Have you set your vision and goals for 2016 yet?
No? Good…I’ve caught you at the right time.
I rarely recommend starting with vision and goals when looking to the future. It’s just that certain other basics are important to cover first. Otherwise it’s all too easy to chase shiny objects and get involved with busywork that doesn’t actually build your business. When you get clear on the 4 building blocks below, your vision and goals will emerge naturally and with little effort.
1. Strengths. What is your “low-hanging fruit”? You know, the things you and your business are already good at, and can improve with little effort? Of course you’ll want to note weaker areas – but focusing too much time and energy on them is usually a waste. Focus on your strengths and use these to offset your weaknesses, or delegate your weaker areas to others. One of my favourite resources on leadership strengths is Strengths-Based Leadership by Tom Rath and Barry Conchie.
2. Values. What underlying principles are non-negotiable to your business? Things like Creativity, Competence, Respect, and Helpfulness? Most owners need to get clearer about their values, communicate them more consistently, and incorporate them into daily life. Values are intangible and hard to identify. But they’re like flooring: foundational to the design of the whole room.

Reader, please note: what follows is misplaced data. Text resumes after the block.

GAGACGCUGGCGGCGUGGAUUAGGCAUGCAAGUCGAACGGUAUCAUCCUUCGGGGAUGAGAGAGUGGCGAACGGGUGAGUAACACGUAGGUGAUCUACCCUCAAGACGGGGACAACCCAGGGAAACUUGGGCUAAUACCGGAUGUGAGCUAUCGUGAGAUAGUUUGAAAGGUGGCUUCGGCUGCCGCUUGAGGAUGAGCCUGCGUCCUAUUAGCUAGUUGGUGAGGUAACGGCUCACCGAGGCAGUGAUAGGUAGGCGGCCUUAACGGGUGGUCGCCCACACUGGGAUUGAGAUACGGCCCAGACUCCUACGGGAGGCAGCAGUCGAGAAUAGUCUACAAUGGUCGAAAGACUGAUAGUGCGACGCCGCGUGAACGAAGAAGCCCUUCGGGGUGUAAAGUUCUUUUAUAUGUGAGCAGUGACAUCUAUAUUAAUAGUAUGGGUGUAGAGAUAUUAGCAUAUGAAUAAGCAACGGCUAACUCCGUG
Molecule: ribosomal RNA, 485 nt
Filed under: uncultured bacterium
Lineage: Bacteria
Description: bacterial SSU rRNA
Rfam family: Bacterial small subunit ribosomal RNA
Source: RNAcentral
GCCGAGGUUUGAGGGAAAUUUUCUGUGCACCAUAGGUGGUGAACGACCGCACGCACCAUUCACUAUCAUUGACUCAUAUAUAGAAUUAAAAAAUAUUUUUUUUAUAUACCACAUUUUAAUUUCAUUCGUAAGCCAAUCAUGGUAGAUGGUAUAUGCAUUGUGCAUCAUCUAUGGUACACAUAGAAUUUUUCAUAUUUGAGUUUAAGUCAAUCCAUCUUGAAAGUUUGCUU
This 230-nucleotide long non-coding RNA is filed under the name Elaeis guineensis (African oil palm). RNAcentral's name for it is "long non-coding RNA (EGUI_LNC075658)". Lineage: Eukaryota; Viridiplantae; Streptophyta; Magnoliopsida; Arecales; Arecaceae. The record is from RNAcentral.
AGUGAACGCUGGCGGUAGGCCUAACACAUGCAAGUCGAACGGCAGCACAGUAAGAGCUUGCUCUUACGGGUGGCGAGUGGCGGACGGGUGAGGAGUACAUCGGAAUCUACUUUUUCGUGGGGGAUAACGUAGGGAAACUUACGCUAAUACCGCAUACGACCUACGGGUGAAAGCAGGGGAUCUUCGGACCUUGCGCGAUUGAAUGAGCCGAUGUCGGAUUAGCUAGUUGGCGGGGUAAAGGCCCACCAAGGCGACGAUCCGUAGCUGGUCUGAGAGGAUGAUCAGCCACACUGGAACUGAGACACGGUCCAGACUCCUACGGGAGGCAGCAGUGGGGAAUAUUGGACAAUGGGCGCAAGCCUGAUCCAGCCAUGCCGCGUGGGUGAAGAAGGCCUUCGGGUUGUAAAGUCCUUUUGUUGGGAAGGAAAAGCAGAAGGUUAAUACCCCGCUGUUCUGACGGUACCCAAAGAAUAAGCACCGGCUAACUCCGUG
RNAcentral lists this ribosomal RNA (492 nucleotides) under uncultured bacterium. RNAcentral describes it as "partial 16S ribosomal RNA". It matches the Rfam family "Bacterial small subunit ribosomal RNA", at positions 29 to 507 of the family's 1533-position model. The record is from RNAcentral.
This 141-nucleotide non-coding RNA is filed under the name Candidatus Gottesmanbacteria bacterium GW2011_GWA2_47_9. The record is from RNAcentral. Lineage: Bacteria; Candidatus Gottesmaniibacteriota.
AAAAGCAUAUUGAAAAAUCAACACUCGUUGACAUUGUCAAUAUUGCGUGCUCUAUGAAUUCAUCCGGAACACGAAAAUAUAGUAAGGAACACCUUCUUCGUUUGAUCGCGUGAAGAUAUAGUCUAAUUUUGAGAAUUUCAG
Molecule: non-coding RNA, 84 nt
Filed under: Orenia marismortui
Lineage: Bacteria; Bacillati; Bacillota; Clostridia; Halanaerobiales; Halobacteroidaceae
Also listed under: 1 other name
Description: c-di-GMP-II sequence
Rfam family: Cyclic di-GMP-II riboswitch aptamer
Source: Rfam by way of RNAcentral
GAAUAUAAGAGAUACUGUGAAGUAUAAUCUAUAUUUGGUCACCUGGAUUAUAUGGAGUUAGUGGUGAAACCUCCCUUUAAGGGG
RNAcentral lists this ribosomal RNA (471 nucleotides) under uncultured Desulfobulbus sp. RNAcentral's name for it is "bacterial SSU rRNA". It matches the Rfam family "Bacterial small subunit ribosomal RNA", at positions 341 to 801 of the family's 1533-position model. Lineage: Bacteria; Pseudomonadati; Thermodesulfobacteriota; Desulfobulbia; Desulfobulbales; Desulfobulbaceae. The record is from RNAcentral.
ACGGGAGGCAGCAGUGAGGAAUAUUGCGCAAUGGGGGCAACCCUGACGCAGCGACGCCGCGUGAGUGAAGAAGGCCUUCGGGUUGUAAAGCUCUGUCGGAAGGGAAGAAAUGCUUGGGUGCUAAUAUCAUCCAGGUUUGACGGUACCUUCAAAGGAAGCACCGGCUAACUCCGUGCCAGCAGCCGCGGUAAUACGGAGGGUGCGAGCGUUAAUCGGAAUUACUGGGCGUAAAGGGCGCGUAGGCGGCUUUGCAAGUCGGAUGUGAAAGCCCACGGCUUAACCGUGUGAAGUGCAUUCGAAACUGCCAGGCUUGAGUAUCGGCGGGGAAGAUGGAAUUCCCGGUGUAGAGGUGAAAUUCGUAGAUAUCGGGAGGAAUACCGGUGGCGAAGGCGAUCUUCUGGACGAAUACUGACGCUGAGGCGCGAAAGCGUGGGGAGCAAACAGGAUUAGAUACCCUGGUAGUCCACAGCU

3. Purpose. So…why did you start this business again? You don’t need a two-day retreat to determine your purpose. Ask yourself and your team a simple question: “At the end of the day, what difference are we trying to make in the world?” Record whatever ideas come up when you ask the question. Then delete the responses that have to do with money. Highly successful companies have an overarching purpose that’s about more than making a profit. Here is an excellent Forbes article, and a TED talk on this topic.
4. Mission. Now that you’ve figured out why…take a look at what & how. What exactly do you do, for whom, and how do you do it differently from others?
Since Values, Purpose, and Mission comprise the core of your organization, they should hold fairly steady from year to year. But reviewing them regularly and assessing how well you’re living them out is one of those “important but not urgent” keys to strengthening your business. Do this before setting goals, and you can be assured your actions will actually build your business.